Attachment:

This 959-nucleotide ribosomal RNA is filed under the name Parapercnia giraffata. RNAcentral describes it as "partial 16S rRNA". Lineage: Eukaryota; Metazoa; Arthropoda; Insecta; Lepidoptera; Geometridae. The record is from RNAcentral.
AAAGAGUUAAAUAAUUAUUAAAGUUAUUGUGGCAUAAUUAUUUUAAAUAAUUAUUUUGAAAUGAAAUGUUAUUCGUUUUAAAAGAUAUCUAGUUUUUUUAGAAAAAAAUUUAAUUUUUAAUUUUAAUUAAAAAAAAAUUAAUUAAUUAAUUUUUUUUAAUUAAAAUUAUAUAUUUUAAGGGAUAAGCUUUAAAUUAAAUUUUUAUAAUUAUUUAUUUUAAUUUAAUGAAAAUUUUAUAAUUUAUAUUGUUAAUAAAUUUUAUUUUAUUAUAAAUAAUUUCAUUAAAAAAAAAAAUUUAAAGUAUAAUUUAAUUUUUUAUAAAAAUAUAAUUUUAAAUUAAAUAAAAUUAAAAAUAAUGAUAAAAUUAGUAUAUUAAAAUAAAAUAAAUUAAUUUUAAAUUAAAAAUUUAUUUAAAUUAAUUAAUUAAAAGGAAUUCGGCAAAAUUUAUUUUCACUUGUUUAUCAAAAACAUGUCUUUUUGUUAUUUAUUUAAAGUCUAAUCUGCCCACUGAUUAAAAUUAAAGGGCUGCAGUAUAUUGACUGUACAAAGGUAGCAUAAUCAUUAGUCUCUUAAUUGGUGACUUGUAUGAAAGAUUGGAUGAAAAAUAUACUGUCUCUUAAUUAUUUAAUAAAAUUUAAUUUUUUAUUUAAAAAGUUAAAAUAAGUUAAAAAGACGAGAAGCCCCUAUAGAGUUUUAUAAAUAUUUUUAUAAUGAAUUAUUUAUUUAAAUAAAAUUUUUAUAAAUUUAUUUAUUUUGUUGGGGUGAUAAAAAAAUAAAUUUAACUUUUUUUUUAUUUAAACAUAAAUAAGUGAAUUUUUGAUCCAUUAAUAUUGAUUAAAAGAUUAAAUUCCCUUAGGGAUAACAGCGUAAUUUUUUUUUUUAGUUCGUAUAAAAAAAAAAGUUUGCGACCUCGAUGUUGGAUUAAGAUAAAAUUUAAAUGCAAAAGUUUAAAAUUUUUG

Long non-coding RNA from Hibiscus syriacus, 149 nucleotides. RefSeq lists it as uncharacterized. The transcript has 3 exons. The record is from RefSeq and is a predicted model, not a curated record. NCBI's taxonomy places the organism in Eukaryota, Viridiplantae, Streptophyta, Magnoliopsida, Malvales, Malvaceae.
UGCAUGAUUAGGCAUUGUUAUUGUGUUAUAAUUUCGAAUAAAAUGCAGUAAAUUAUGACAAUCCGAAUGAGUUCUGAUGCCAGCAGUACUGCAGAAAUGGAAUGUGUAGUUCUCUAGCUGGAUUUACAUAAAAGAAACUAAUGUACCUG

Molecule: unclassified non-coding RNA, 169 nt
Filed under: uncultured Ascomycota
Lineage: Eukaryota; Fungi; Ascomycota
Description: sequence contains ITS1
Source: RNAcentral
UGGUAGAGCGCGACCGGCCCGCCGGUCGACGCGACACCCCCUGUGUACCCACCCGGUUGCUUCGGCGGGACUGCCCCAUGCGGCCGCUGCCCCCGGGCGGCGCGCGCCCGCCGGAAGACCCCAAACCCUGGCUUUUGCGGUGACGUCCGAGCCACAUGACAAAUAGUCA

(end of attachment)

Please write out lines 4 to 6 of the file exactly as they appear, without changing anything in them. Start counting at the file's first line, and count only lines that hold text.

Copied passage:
UGCAUGAUUAGGCAUUGUUAUUGUGUUAUAAUUUCGAAUAAAAUGCAGUAAAUUAUGACAAUCCGAAUGAGUUCUGAUGCCAGCAGUACUGCAGAAAUGGAAUGUGUAGUUCUCUAGCUGGAUUUACAUAAAAGAAACUAAUGUACCUG

Molecule: unclassified non-coding RNA, 169 nt
Filed under: uncultured Ascomycota